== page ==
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Paul Prudhomme's Blackened Redfish



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La Belle Cuisine


Blackened Redfish

Chef Paul Prudhomme's
Louisiana Kitchen

by Paul Prudhomme, 1984,
William Morrow and Co., Inc.

Makes 6 servings

3/4 pound (3 sticks) unsalted butter,
melted in a skillet

Seasoning mix:
1 tablespoon sweet paprika
2 1/2 teaspoons salt
1 teaspoon onion powder
1 teaspoon garlic powder
1 teaspoon ground red pepper
(preferably cayenne)
3/4 teaspoon white pepper
3/4 teaspoon black pepper
1/2 teaspoon dried thyme leaves
1/2 teaspoon dried oregano leaves

6 (8- to 10-ounce) fish fillets (preferably redfish,
pompano or tilefish), cut about 1/2 inch thick

Note:  Redfish and pompano are ideal for this method of cooking. If tilefish is
used, you may have to split the fillets in half horizontally to have the proper thickness. If you can’t get any of these fish, salmon steaks or red snapper
fillets can be substituted. In any case, the fillets or steaks must not be more
than 3/4 inch thick.

Heat a large cast-iron skillet over very high heat until it is beyond the
smoking stage and you see white ash in the skillet bottom (the skillet can-
not be too hot for this dish), at least 10 minutes. [Believe me, this will set
off your smoke alarm. We always do this outside. MG]
Meanwhile, pour 2 tablespoons melted butter in each of 6 small ramekins;
set aside and keep warm. Reserve the remaining butter in its skillet. Heat
the serving plates in a 250-degree [F.] oven.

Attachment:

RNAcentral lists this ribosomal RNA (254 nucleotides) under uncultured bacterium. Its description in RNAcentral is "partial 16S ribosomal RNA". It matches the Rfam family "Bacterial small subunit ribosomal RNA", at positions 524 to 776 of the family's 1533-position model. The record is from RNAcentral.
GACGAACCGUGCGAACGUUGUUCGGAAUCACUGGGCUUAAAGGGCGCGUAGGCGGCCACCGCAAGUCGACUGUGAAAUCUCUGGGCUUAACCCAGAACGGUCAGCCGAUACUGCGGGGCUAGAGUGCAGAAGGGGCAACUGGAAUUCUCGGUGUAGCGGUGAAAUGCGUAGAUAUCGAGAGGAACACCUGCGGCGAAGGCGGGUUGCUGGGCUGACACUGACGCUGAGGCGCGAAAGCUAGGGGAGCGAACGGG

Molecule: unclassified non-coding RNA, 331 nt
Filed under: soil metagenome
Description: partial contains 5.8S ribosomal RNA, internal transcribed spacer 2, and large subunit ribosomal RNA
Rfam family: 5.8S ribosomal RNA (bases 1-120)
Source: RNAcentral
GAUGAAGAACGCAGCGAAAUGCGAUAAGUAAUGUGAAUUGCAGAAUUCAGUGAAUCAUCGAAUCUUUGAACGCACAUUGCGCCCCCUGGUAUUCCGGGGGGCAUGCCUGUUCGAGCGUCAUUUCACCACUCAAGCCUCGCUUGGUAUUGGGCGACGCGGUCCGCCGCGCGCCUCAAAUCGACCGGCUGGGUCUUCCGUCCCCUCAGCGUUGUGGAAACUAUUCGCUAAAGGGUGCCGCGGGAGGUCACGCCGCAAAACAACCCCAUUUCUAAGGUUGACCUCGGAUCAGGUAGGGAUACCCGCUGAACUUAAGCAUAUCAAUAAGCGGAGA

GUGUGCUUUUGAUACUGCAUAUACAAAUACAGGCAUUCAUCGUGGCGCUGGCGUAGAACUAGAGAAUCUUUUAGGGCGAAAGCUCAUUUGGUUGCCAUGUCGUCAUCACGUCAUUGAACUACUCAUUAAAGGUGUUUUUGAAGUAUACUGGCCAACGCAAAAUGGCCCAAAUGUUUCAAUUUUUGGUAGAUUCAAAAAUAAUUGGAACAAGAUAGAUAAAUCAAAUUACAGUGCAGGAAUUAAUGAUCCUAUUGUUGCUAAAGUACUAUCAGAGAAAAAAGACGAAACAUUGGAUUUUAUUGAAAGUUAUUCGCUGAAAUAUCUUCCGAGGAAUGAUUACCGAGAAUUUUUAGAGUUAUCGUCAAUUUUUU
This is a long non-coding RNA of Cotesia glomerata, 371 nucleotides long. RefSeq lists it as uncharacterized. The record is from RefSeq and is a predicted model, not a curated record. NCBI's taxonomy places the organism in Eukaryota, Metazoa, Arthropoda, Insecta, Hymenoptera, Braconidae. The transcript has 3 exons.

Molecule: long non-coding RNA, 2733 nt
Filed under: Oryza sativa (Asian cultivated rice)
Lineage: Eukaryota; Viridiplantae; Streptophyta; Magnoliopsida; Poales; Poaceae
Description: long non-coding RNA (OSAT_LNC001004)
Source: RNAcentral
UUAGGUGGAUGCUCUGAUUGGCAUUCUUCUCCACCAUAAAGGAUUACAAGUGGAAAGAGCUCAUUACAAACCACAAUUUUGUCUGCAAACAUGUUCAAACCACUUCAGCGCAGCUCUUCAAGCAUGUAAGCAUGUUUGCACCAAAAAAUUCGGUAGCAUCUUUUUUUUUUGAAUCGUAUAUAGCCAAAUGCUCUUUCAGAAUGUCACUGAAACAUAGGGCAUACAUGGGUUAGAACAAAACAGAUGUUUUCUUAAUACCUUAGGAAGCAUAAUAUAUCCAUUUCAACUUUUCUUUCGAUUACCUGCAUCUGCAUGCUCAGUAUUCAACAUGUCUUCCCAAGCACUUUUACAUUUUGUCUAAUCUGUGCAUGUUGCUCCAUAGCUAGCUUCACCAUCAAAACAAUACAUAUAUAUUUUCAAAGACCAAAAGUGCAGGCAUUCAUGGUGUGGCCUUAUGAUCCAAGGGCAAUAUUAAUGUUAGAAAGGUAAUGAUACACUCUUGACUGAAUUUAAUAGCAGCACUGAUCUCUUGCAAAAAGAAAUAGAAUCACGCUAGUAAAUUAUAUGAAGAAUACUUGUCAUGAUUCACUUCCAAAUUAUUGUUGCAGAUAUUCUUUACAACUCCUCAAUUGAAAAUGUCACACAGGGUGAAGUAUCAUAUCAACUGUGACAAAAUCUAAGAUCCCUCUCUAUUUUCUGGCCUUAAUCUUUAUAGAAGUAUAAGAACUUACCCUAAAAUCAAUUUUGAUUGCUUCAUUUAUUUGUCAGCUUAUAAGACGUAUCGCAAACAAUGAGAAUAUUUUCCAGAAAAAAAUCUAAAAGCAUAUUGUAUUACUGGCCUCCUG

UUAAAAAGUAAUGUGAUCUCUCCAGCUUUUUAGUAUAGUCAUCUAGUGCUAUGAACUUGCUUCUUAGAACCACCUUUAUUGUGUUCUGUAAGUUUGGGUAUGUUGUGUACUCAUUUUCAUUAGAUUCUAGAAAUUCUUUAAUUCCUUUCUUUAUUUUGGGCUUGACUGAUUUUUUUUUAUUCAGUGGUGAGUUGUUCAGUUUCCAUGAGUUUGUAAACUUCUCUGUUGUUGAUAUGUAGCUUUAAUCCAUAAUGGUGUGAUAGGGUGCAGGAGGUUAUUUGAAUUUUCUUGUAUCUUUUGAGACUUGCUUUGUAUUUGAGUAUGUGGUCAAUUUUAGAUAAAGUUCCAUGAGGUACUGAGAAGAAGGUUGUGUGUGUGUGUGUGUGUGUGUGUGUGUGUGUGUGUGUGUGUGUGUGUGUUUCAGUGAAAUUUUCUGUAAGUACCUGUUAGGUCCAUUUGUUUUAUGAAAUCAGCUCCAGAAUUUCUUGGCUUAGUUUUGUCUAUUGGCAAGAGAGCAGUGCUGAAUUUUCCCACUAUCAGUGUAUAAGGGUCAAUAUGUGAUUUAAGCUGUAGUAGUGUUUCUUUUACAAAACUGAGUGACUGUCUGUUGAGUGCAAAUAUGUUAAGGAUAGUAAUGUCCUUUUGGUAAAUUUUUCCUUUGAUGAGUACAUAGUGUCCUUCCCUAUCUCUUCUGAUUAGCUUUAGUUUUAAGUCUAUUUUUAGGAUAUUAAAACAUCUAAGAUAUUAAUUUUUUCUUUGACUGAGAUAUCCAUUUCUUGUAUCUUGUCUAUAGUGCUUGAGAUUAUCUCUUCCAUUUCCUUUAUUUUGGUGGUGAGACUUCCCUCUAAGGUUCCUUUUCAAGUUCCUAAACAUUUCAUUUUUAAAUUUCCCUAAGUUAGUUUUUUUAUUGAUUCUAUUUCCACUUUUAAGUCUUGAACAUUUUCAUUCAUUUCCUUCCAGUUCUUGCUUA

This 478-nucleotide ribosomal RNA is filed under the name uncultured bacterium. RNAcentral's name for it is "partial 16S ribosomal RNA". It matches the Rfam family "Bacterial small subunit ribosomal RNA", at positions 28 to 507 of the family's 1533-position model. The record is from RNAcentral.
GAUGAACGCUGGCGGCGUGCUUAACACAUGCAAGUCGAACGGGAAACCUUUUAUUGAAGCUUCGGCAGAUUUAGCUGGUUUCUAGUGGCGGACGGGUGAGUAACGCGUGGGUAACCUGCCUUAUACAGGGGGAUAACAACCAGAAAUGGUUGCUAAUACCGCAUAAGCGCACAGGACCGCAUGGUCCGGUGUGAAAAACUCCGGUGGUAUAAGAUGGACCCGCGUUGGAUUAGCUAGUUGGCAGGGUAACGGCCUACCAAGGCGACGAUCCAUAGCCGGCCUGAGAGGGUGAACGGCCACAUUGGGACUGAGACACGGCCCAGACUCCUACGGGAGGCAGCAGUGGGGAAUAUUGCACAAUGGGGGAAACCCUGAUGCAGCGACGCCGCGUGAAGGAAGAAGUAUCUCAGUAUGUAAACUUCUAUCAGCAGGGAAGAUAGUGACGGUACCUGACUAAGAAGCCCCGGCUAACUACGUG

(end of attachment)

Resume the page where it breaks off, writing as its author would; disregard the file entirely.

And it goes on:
Thoroughly combine the seasoning mix ingredients in a small bowl. Dip
each fillet in the reserved melted butter so that both sides are well coated; them sprinkle seasoning mix generously and evenly on both sides of the
fillets, patting it in by hand. Place in the hot skillet and pour 1 teaspoon
melted butter on top of each fillet (be careful, as the butter may flame up). Cook, uncovered, over the same high heat until the underside looks
charred, about 2 minutes (the time will vary according to the fillet’s thick-
ness and the heat of the skillet). Turn the fish over and again pour 1 tea-
spoon butter on top; cook until fish is done, about 2 minutes more. Repeat with remaining fillets. Serve each fillet while piping hot. To serve, place
one fillet and a ramekin of butter on each heated serving plate.

K-Paul's Louisiana Kitchen Reopens!

Chef Paul Prudhomme looks on, right, while a couple dances,
left, to the 'Storyville Stompers Brass Band' playing outside
'K-Paul's Louisiana Kitchen', Tuesday, October 18, 2005
[Hurricane Katrina struck New Orleans August 29, 2005]
Photo by Mel Evans, courtesy of NOLA


(from Bon Appétit November 2006)

Bon Appetit - One Year Subscription 

The Bon Appétit American Food & Entertaining Awards 2006
Humanitarian Award:

Chef Paul Prudhomme

"After Hurricane Katrina hit the Gulf Coast, people across the nation reached
out to help the stricken area. But few were as early or an ardent as Louisiana's
own Chef Paul Prudhomme. In the storm's wake, Prudhomme - the man behind
K-Paul's Louisiana Kitchen and Magic Seasoning Blends - rushed into action
from Arkansas, where he was staying temporarily. He went to the nearest Wal-
Mart and packed six trailers full of supplies, including generators, gasoline,
and medical equipment, much at his own expense. Once back in New Orleans, Prudhomme and Shawn McBride, Magic Seasoning Blends' president and
CEO, got to work, feeding more than 35,000 troops. Many of their employees
were left homeless, but Prudhomme reopened the businesses quickly, ensuring
that the staff had a place to earn a paycheck, eat three meals a day, and even
sleep. 'He did what he thought was the right thing to do,' says McBride. 'Action
is the most positive pill you can take.' "

We salute you, Chef Prudhomme!

Featured Archive Recipes:
Spicy Blackened Catfish
Chef Paul's Cajun Popcorn
Chef Paul's Chicken and Andouille Gumbo
Chef Paul's Eggplant Bayou Teche
Chef Paul's Seafood Dirty Rice
Redfish Creole
Sautéed Louisiana Redfish
(Ralph Brennan's Red Fish Grill)

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